Apparently, it's a sodium and potassium nitrate mixture.  NaNO3 and KNO3 have melting points of 308 and 334 Celsius respectively.

  •  The linked description of "functional medicine" (4+ / 0-)
    Recommended by:
    TerryDarc, Lenny Flank, bythesea, rduran

    reminds me of the arborist who sold trees with a 100% guarantee, if you followed directions. He included in the purchase price a small bottle of blue liquid and a larger bottle of red liquid. The planting instructions included ones to add a teaspoon of the blue liquid to a quart of water and a tablespoon of the red liquid to a gallon of water and add those to the newly planted tree every two days. His trees did indeed have a very high survival rate.

    Someone finally asked him what was in the two liquids. "Food coloring. It's the only way I can get people to water their transplants."

    This version of "functional medicine" works (when it does) because they have found a way to make people do what their high school gym teacher told them to do: eat good food and get moving.

    Is it true? Is it kind? Is it necessary? . . . and respect the dignity of every human being.

    by Wee Mama on Sat Apr 26, 2014 at 10:54:16 AM PDT

  •  My nomination... (0+ / 0-)

    ...for the worst newspaper redesign is the Des Moines Register. All it needs are a few GIF animations to make it the worst of all time...

  •  You are wrong about functional medicine (1+ / 0-)
    Recommended by:
    Lenny Flank

    Yes, there is a lot of quackery like Dr. Hyman and people taking advantage by selling expensive supplements, but if it gets people to take cheap supplements instead, like Vitamin D3 and fish oil, I'm all for it.  Much of modern society's chronic illnesses are directly related to the deficiencies in Western diet, for example modern farming methods make our meat much lower in omega-3 fatty acids than free-range meat.  Fish oil helps make up the difference.

    Personally I found out that I am a celiac partly through Hyman's blog on HuffPo, although the Wheat Belly book was what cinched it for me.  

    •  I try not to get my medical diagnoses through (1+ / 0-)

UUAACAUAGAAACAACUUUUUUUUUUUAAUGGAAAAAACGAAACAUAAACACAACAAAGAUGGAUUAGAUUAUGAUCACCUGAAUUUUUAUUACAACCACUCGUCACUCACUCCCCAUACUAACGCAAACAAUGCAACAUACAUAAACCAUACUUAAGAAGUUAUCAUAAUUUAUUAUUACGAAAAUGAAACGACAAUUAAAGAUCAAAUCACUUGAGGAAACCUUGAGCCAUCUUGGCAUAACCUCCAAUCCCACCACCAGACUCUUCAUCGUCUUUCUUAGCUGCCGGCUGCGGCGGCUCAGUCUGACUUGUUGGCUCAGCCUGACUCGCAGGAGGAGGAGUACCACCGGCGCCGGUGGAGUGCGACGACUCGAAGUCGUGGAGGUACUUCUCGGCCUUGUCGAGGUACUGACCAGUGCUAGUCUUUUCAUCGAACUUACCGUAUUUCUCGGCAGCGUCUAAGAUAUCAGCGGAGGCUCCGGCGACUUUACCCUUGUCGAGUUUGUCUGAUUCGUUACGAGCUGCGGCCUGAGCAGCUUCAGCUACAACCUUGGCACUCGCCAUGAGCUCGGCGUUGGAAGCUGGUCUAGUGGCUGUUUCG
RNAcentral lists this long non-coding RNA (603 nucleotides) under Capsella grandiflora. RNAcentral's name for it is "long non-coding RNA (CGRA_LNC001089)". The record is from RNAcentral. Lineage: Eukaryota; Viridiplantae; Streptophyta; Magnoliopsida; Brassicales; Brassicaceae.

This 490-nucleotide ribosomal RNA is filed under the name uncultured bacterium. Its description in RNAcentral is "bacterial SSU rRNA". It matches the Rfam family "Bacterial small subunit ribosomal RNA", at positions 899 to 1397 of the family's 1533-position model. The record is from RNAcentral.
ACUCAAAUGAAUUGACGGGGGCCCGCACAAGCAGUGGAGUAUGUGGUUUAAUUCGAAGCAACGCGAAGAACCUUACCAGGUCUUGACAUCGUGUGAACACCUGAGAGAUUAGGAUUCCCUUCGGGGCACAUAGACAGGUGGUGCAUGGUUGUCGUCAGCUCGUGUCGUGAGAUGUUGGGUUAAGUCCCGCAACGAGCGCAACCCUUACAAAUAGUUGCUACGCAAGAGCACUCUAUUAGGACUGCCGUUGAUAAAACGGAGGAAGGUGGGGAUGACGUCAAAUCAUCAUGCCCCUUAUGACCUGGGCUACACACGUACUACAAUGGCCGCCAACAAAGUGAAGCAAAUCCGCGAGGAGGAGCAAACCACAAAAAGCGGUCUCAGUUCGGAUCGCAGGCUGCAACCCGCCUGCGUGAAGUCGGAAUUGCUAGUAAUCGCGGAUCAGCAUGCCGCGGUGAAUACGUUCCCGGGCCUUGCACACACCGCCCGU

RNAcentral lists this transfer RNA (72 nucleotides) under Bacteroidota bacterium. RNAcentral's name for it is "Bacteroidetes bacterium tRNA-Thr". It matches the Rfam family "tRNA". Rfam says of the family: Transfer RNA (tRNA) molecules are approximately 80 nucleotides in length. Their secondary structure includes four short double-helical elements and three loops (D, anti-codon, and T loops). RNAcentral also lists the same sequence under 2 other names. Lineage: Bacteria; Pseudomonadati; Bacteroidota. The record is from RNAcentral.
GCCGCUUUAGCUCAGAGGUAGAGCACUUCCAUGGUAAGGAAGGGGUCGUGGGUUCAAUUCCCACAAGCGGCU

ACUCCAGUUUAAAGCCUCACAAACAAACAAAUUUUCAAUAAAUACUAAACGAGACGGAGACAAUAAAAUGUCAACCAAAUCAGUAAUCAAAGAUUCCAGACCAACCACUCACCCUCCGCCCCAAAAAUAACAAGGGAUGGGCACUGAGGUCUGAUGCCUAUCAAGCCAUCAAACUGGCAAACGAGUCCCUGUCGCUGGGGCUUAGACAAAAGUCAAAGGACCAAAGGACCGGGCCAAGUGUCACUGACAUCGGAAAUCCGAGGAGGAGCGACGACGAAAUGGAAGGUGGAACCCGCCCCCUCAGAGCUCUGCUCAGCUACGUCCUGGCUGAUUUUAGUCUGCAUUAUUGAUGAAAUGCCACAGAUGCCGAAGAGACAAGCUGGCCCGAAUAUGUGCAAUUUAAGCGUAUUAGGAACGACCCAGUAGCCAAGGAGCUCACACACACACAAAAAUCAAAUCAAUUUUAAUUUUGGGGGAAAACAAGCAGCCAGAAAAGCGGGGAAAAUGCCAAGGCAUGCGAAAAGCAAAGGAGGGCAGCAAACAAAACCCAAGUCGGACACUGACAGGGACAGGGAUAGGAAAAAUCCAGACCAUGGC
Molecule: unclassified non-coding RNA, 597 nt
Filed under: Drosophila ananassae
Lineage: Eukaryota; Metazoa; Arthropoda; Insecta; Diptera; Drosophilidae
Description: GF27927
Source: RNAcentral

Recommended by:

      a book or a website.

      That's why we have doctors.

      In the end, reality always wins.

      by Lenny Flank on Sat Apr 26, 2014 at 01:30:55 PM PDT

      [ Parent ]

      •  bullshit (1+ / 0-)
        Recommended by:
        Lenny Flank

        Orgasms, Cancer and the Sharing Economy

        Aside from surgery and very few other interventions, doctors are dependent on pharmaceutical companies to produce the treatments they administer.  And pharmaceutical companies actively discourage research into any sort of treatment they cannot patent, i.e. natural treatments.   Because of this we get Suzanne Somers instructing the public about bioidentical (non-patentable) hormone replacement therapy, instead of the more harmful Premarin.  The state of medical research today, at least in the United States, is similar to someone looking under a streetlamp for his dropped quarter because the light is better there.

        Dr. Hyman is in fact a doctor.  It would be nicer if he didn't have his own lucrative line of marked up supplements, but at least he's fighting the man.

        •  and here we go with the (0+ / 0-)

          "evil corporations!!!!" CT woo-woo. (yawn)

          But what can one expect from people who get their medical diagnoses from a blog and a book, and their, uh, medical information from a 1980's B-actress.  (shrug)

          (I think this is the part where you declare that I am part of the corporate conspiracy too . . . . )

          In the end, reality always wins.

          by Lenny Flank on Sat Apr 26, 2014 at 05:42:22 PM PDT

          [ Parent ]

          •  you obviously did not read my link (1+ / 0-)
            Recommended by:
            Lenny Flank

            so I will help you with blockquotes: